Nick Rees, master potter works at Muchelney Pottery with John Leach and has been his right hand man since 1972. The continuing success of the Muchelney classic range owes much to Nick's deft hand, critical eye and skills in managing the firing of the three-chambered, wood fired kiln.
Over the years, Nick has gradually developed and refined a style of his own. These pots (bottles and vases) share the Leach tradition; reinterpreted with subtle alterations, segmented, flattened or curved to accentuate the form, they have their own character and ethos - soft and refined.
Since his election as a professional Member of the Craft Potters Association in 1995 his work has been exhibited in many galleries in the South of England and in 1998 he was made a Fellow of the CPA.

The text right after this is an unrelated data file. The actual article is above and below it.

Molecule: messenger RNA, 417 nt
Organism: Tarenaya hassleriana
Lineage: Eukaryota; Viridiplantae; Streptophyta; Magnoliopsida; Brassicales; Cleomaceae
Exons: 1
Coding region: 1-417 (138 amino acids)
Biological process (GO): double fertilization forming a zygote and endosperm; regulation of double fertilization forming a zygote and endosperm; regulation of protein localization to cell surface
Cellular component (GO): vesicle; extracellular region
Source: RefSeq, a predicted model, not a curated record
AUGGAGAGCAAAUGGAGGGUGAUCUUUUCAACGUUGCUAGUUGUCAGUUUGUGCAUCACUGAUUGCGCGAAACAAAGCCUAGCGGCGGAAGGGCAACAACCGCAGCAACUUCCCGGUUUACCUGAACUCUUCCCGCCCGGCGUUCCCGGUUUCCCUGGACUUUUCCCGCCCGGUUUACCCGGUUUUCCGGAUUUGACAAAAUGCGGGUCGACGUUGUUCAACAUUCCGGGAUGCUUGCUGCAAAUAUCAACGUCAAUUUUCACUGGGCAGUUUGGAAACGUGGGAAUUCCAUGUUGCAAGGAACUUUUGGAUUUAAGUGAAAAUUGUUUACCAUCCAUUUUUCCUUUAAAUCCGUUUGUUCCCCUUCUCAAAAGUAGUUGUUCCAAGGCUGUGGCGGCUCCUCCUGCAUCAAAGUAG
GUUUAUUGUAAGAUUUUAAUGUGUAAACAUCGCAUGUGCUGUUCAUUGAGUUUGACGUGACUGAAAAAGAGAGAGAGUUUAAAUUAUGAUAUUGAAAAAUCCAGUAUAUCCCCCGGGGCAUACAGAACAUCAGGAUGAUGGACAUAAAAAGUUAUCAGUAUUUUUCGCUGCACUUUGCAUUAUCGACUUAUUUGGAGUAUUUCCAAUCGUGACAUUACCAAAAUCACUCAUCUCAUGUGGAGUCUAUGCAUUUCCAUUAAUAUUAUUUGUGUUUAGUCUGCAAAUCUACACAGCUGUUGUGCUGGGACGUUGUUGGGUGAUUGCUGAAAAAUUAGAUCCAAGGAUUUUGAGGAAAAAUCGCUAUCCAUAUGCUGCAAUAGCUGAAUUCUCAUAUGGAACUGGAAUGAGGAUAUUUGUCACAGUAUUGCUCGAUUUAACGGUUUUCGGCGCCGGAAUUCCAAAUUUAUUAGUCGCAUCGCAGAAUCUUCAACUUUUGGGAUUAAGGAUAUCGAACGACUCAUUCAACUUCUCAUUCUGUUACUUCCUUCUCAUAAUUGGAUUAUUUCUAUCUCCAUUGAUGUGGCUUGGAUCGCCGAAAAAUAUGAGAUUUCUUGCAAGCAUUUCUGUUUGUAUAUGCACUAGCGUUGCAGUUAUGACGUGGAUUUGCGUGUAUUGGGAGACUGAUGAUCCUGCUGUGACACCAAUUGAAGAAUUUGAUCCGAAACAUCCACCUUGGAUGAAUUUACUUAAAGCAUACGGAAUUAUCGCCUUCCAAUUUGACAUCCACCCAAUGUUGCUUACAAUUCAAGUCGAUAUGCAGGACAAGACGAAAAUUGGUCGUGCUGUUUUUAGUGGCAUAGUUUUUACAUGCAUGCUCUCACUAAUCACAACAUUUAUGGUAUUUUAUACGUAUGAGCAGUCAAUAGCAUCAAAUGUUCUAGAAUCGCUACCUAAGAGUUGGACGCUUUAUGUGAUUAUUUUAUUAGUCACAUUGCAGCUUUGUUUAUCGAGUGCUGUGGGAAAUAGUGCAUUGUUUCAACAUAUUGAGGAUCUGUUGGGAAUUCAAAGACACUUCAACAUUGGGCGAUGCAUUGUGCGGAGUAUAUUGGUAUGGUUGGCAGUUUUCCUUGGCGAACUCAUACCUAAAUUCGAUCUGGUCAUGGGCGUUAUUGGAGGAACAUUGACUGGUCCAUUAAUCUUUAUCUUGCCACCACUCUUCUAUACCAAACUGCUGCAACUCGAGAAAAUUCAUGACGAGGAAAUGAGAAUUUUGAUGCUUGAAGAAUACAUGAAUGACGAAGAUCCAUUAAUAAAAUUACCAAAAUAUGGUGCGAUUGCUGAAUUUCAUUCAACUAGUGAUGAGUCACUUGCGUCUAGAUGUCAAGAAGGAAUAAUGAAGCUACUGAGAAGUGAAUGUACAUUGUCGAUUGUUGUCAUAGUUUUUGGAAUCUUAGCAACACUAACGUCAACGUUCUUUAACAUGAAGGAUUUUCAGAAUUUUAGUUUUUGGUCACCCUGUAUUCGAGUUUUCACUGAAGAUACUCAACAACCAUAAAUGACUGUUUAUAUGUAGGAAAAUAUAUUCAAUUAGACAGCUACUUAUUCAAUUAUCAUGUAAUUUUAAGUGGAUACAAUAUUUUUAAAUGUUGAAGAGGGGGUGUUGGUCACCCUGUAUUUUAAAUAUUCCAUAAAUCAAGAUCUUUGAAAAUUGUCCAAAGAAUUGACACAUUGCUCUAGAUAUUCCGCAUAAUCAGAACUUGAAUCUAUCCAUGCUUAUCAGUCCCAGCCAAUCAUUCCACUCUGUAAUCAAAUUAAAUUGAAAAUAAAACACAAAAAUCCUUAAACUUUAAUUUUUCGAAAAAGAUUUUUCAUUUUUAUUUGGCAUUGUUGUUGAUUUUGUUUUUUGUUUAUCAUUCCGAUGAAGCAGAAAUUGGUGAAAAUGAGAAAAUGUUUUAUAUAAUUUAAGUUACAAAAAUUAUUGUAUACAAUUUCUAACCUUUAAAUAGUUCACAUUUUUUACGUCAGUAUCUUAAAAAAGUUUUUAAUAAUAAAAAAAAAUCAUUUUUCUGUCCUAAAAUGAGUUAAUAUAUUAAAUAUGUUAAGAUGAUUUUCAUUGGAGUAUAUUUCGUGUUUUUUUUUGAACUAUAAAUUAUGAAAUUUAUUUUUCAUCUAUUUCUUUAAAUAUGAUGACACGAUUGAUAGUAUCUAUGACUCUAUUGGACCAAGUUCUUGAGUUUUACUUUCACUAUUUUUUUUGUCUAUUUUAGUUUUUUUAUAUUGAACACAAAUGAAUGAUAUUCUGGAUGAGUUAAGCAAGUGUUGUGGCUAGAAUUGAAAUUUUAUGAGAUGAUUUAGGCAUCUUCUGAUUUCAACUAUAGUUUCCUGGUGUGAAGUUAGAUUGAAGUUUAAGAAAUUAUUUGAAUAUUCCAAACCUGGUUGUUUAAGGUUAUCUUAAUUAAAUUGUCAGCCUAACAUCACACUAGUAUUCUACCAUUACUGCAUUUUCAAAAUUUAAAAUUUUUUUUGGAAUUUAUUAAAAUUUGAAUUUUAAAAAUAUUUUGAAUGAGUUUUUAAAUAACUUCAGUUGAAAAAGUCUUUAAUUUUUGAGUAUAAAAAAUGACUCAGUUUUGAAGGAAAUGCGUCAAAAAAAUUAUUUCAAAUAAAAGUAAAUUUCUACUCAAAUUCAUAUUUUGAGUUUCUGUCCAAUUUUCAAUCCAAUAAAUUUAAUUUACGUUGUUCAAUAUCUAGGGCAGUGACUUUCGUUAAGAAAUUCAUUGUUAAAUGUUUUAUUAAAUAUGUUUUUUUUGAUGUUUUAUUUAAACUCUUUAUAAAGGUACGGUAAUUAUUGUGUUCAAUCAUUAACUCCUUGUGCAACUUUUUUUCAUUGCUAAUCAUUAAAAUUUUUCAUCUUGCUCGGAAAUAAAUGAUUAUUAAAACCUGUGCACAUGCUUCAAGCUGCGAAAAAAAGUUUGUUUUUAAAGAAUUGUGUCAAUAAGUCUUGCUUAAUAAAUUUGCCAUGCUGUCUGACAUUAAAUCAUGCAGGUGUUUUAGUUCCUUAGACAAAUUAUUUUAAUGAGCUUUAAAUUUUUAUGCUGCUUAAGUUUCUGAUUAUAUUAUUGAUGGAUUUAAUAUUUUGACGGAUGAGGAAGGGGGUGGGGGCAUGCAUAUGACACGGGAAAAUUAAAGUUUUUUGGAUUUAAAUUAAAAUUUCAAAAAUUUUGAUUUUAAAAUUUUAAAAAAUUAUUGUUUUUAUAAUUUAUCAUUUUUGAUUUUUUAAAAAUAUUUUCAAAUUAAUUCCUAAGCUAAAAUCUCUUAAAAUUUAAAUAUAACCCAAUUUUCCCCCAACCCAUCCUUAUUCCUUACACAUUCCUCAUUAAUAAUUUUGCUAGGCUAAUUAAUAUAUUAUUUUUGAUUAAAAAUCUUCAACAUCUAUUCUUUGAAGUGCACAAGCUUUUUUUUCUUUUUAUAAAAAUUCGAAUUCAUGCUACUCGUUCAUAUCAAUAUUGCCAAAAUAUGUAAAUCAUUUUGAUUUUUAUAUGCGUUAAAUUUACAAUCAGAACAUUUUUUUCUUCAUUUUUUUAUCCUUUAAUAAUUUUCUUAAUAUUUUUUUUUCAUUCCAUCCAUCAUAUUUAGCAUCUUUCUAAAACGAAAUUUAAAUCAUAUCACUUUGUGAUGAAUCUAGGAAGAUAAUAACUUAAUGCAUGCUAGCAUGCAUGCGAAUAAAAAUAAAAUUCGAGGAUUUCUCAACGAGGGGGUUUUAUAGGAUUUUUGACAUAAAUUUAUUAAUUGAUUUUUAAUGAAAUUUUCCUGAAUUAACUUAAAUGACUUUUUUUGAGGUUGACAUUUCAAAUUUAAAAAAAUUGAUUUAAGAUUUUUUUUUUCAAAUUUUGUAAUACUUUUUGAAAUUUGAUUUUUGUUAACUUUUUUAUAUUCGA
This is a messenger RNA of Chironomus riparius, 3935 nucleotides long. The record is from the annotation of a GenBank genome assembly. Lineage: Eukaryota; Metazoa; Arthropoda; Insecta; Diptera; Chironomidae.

In wood-firing, the flames are the decorator. A process where clay and wood, pot and fire fuse together. This style of firing demands control rather than chance, requiring great skill and concentration. An intimacy in the stoking is produced with experience and a skilful eye, the result being a firing which is as much "hands on" as the making of the pot.
A river of flames flows over the surface of the pots, individually marking each pot with the curl of the flames's touch. Even the glazed surfaces are enriched through the firing process. The heat that is produced from the flames touch and a deposit of fine ash from the consumed wood, tend to catch just one side of the pot, which in turn adds vibrance to the glaze finish.
Many of Nick Rees’ individual pots have subtle alteration, are segmented faceted or fluted to accentuate the form. Often gently spiralling around the pot, these alterations produce added movement and dimension to the pot's form.